4 Rules Every Shul Should Live By

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Rabbi Einhorn’s SynaBlog is a new innovative blog that shares tips, tactics, strategies and best practices that enable Shul growth and promote Shul vitality.

Over the years, I’ve been trying to distill the elements of success. Along with the OU I have seen countless synagogues around the country. There are many components that contribute to how and why a shul thrives. Nevertheless, there seems to be 4 elements that are within our ability to control:

#1 Be relentless.
If your shul has taken the time to develop a mission, then live by it. Program around it. Pick scholars in residence that are aligned with it. Be committed to what you say you are. Also, make sure it is always clear. If you’re not going to tell the story of your synagogue, then somebody else will do it for you and it won’t sound pretty.

#2 Shul needs to be inspiring.
When all is said and done we all look for meaning. If we come to shul and are not inspired then at some point we must ask ourselves – what are we doing here? Keep asking the critical questions that really explore what and how makes a shul and your particular shul inspiring.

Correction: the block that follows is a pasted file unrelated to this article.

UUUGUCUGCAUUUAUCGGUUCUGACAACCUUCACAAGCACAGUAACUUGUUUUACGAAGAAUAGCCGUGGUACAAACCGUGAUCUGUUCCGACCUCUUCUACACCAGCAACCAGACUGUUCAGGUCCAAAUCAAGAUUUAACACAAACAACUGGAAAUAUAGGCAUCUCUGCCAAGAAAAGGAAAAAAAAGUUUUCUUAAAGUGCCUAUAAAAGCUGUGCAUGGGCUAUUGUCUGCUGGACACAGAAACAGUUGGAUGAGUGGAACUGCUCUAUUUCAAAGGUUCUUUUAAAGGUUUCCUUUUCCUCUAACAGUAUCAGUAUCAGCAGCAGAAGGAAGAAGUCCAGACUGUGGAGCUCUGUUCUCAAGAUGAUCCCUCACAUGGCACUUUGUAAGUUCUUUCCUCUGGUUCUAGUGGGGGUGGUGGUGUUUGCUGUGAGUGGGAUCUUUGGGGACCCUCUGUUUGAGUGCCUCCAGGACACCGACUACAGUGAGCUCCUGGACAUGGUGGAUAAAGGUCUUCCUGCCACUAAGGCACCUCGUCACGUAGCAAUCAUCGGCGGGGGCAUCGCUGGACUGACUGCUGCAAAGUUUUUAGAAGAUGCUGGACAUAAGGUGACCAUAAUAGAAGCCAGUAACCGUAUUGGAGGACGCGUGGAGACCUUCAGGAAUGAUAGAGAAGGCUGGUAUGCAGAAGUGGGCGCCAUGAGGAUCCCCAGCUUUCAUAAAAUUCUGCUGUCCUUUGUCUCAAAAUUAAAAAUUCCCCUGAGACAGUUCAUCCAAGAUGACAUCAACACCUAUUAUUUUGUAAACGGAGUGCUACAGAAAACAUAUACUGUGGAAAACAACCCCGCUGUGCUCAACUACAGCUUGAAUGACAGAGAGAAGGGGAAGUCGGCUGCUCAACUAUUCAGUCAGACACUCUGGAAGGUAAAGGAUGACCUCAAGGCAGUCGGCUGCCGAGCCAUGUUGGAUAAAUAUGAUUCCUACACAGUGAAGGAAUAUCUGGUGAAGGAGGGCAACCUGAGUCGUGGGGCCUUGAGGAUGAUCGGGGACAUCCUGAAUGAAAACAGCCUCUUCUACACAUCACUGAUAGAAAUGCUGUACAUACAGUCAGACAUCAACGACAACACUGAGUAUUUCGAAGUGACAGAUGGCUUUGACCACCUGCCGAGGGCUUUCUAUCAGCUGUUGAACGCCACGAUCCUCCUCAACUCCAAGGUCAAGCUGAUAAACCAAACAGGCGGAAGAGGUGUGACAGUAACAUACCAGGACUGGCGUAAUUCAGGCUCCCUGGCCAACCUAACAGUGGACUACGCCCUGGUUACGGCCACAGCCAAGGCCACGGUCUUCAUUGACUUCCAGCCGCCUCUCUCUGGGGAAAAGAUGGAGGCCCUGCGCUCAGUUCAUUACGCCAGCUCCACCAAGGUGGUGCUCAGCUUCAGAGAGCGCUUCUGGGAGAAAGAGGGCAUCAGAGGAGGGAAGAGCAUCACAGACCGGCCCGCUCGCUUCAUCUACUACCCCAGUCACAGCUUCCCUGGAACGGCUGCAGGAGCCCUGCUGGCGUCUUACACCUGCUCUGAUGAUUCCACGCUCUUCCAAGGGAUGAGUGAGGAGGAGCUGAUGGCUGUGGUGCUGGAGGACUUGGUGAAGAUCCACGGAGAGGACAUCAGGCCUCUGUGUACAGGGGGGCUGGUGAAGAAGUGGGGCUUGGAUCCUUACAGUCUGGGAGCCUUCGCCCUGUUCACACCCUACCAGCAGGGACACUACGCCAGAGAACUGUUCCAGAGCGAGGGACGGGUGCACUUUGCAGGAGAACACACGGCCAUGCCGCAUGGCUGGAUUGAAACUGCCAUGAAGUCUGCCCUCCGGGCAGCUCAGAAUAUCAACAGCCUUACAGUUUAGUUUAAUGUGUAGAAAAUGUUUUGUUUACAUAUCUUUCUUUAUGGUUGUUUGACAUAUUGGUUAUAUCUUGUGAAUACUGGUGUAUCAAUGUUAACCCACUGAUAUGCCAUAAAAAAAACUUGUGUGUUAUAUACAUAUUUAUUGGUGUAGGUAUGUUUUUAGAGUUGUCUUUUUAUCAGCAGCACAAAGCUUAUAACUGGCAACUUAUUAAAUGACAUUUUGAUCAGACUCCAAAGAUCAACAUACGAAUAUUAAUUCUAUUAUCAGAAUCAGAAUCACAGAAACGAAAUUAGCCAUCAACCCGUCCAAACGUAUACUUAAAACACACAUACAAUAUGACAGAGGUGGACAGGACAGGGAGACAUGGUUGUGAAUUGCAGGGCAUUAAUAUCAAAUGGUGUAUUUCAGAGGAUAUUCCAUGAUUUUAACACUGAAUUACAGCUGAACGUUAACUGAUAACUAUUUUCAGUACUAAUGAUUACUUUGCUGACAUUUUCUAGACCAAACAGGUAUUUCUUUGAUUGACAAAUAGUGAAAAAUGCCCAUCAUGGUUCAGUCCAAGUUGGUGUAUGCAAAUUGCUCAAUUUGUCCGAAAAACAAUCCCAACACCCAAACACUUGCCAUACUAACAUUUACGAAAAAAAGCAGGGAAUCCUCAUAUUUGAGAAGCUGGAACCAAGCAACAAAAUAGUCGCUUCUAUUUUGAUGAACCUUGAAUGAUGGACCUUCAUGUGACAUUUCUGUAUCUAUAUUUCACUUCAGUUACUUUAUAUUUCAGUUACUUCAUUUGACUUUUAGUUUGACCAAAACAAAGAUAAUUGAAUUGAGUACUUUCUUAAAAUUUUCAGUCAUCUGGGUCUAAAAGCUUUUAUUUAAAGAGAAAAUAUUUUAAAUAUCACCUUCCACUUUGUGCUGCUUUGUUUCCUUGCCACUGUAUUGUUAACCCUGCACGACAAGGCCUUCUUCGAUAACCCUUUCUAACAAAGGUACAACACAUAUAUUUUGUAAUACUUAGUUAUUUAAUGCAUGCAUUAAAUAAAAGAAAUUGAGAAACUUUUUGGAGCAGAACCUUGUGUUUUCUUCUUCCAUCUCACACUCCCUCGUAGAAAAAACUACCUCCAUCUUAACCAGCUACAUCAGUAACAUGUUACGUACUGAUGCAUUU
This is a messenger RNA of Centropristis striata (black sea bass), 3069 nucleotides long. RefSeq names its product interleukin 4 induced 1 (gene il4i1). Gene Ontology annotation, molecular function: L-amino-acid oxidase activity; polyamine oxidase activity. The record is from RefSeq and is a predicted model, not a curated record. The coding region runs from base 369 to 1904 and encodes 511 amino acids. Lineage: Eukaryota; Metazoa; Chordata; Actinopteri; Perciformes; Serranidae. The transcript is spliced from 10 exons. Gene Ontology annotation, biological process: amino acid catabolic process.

#3 WWXD Ask yourself what would Rabbi/President X do?
Find a Rabbi/Synagogue/Program Director/President whose work inspires you and ask yourself often – what would so and so do. You can’t always be looking over your shoulder, still, there are masters in the field who have been doing a terrific job year in and year out – look to them for guidance.

#4 Never let a great moment go by.
Our shul’s need to speak to the landmarks of a year when people want to reflect. If 9/11 is approaching, you can’t merely gloss over it. Your synagogue represents the voice of its constituents. When something amazing happens in Israel – your shul must design a program or a speaker panel that expresses the excitement of the moment.

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Rabbi Shlomo Einhorn is a Musmach of Yeshiva University. He has served as the founder of WINGS a Synagogue Consulting group. Prior to moving to Los Angeles, Rabbi Einhorn was the Rabbi of Manhattan’s West Side Institutional Synagogue where he helped grow the membership by 70% over 4 years. Currently, he is the Rav and Dean of Yeshivat Yavneh.